"Then they should've called her to terminate her contract or to let her know someone had offered more." Emily glared at Dan.
The facts were sinking in, but Holly wasn't ready to accept them. "Emily's right, they should've called me. We can go to the bank tomorrow morning and they can fix this. Maybe I'll outbid you."
"There's nothing to fix. The house is mine." Dan gestured toward the stairs, but Holly stayed put.
"But I've been saving to buy it and renovate it for the last five years. My daughter and I come here to dream about what it's going to look like when we're done. We have plans—" Leo gave her shoulder a gentle squeeze. She knew she sounded unreasonable, but she cared little.
"You can buy it when I flip it, okay? Just get a grip already."
"Ffffflip?" Holly's voice was dangerously high-pitched. Dan winced. "You're going to flip it? Why now? Why this house? Who are you?" she demanded.
"Yes, who are you?" Emily repeated, shooting Leo a pointed look.
"Right." Leo sighed. "Emily, Holly, this is Dan Amador, Sam and Johnny's older brother. Dan, this is my cousin, Holly."
"You're Sam and Johnny's brother?" Holly asked, incredulous. "You've got to be kidding me."
"What? You have a problem with them, too?" Dan snapped at her.
"No, I have a problem with you." Holly stopped short of poking him in the chest. "Sam just bought thirty-four houses, he needs all the help he can get, and here you come waltzing back into town for the first time in I don't know how long and instead of helping him out with his load, you by another fixer-upper?"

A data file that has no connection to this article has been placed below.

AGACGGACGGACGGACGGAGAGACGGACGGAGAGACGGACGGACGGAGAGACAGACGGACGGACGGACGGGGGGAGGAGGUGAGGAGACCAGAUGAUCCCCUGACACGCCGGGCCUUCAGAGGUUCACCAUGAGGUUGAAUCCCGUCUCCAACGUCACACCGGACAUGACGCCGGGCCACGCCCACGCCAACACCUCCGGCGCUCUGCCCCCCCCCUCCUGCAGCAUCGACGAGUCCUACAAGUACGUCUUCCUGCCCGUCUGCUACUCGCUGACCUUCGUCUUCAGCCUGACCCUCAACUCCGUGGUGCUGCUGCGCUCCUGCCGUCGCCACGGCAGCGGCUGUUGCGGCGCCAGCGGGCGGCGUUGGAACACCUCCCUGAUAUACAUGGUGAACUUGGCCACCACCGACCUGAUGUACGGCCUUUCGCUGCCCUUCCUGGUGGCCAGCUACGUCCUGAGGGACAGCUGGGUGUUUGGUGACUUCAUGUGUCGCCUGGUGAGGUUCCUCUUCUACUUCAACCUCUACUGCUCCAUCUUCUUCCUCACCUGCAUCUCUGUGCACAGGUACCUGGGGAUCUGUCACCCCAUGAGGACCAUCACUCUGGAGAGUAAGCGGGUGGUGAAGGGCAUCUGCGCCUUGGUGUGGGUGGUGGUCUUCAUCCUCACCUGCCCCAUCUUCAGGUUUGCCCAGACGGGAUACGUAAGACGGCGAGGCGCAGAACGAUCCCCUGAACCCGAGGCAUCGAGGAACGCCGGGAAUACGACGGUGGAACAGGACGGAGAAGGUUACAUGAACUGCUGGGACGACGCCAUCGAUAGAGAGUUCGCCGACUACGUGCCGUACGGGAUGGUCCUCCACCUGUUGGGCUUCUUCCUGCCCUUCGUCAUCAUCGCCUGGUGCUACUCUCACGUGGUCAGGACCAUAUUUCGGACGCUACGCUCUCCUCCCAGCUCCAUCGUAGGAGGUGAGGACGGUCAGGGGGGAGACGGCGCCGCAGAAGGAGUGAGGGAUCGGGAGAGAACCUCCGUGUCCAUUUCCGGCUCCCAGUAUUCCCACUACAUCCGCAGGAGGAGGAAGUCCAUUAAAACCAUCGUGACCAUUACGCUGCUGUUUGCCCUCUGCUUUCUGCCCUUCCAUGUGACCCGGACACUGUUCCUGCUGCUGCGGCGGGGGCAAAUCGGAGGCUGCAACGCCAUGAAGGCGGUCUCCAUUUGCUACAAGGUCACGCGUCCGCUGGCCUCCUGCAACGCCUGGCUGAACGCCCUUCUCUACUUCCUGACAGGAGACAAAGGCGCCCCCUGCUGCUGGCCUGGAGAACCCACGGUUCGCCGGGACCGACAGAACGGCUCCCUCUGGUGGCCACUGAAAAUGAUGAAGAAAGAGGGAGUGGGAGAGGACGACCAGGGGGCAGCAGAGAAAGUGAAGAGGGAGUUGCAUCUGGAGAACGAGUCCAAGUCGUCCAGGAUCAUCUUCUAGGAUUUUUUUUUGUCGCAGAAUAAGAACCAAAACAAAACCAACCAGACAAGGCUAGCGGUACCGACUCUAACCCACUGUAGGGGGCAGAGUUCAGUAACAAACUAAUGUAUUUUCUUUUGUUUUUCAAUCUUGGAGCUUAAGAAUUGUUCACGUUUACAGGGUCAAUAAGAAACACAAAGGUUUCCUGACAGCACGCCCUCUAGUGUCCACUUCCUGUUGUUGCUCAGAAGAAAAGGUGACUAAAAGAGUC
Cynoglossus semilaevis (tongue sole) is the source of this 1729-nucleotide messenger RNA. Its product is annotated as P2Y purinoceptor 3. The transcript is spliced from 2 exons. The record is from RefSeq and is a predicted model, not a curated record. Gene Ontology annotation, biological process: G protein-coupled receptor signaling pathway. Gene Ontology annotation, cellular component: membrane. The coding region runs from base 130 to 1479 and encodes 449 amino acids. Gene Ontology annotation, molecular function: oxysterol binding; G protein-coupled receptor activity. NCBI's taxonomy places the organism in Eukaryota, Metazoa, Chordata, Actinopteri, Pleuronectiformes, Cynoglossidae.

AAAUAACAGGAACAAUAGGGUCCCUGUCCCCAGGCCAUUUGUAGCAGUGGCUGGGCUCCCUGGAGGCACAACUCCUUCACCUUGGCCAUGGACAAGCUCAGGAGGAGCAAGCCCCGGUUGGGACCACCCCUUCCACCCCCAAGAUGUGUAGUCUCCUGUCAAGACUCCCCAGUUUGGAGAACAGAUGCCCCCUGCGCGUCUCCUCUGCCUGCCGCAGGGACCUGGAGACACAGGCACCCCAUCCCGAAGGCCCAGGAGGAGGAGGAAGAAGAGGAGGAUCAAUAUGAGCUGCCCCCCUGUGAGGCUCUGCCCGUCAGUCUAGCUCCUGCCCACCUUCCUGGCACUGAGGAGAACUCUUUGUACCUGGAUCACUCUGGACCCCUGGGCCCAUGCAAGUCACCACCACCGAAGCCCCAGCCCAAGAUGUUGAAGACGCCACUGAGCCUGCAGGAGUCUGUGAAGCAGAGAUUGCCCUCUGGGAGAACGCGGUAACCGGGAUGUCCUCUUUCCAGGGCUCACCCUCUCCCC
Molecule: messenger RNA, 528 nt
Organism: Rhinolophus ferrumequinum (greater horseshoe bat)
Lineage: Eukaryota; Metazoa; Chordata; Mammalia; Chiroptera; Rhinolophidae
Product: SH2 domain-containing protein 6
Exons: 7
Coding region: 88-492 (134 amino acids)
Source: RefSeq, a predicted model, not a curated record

Dan's eyes widened and he took hold of her finger. "Sam bought what?"
Holly yanked her finger out of his grip. The realization that she'd just dumped big news about Sam to his apparently clueless older brother put a damper on her self-righteousness.
Leo now dug his fingers into Holly's shoulder and began steering her up the stairs. "Holly, let's get you home. It's good to see you, man," he called down to Dan. "Let's grab a beer soon."
Emily snaked an arm around Holly's waist and guided her up, too. "Grab a beer? With him? After everything that just happened?" she hissed.
Holly stepped outside, breathed in, and held the cool air in her lungs for a moment. Leo and Emily looked on helplessly. "Don't worry about me. I just need some time to process this. It's only a house, right? I'll get over it. I was just dreaming I'd finally be out of your basement." She tried to smile, but her tight skin wouldn't allow it. Stupid mask.
She felt her head to see how dry the hair mask had become and dislodged a leaf. It floated down and landed at her feet. On top of everything else, she probably looked like a cross between a scarecrow and the village idiot. She held her breath again, this time counting to ten.